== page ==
Economy

Opposition builds up Left & Right to Land Bill

Our Bureau New Delhi | Updated on January 24, 2018 Published on June 23, 2015

Farmers, unions depose before JPC

RSS-affiliated farmers’ organisations and trade unions as well as farmers’ outfits supported by Left parties have found common ground in the proposed amendments to the Land Acquisition Act.

The organisations appeared before the Joint Parliamentary panel on the Bill on Monday and Tuesday, opposing the amendments and warning the government of serious repercussions if it proceeds with the amendments. Sources in the panel told BusinessLine that except industry chambers such as the CII, FICCI and Assocham, most of those who had deposed objected to the amendments tooth and nail.

“We have got more than 800 representations; 36 organisations were allowed to depose before the panel. Most of them, other than four or five organisations, mostly representatives of industries, opposed the present Bill,” a panel member told BusinessLine.

Another member said the responses from the farmers’ bodies were very serious. “We fear going ahead with this law will create an anarchic situation,” he added.

RSS affiliates Bharatiya Mazdoor Sangh, Kisan Sangh and Vanvasi Samaj appeared before the panel on Monday.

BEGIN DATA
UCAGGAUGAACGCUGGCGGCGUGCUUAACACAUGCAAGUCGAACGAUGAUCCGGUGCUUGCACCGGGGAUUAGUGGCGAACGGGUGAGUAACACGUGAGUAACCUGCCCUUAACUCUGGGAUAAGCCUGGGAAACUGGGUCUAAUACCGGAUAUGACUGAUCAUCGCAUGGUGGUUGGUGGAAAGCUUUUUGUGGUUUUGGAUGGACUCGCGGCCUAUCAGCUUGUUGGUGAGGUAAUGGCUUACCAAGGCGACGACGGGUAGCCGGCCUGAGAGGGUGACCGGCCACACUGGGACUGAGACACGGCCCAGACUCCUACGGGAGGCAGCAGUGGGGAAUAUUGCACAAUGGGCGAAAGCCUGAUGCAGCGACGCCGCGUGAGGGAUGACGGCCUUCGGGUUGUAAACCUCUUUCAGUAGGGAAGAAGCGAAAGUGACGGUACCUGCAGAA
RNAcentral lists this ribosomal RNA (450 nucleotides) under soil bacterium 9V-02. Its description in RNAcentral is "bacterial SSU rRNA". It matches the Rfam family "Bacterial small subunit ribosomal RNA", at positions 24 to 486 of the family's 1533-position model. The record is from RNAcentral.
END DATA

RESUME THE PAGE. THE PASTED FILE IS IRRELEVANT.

Govindacharya for UPA law

Former BJP general secretary and RSS ideologue KN Govindacharya said he favours the 2013 legislation more than the Modi government’s law on the issue.

He questioned the Centre’s haste and wondered why so many Ordinances were being brought when farmers are protesting against the law.

“Now this message has gone far and wide that the earlier law is being changed to promote the interests of industrialists and capitalists in place of the interests of the common man and farmers,” he told the panel.

CPI(M) Polit Bureau member and All India Kisan Sabha General Secretary Hannan Mollah also slammed the Bill.

“The Amendments brought by the BJP-led NDA Government through the Ordinance route systematically withdraw each one of these minimal safeguards. They are a step backwards and reinstate the anti-peasant framework of the Colonial Land Acquisition Act of 1894.

“Unfortunately the government has sought to ignore the massive protests against the proposed Amendments and repeatedly promulgated Ordinances to push through their position,” he said in the submission, adding that even the 2013 law had several lacunae.

He also questioned the government’s intention to remove industrial corridors from the ambit of the law and said it will take away land from a good number of farmers in the heartland.

Published on June 23, 2015

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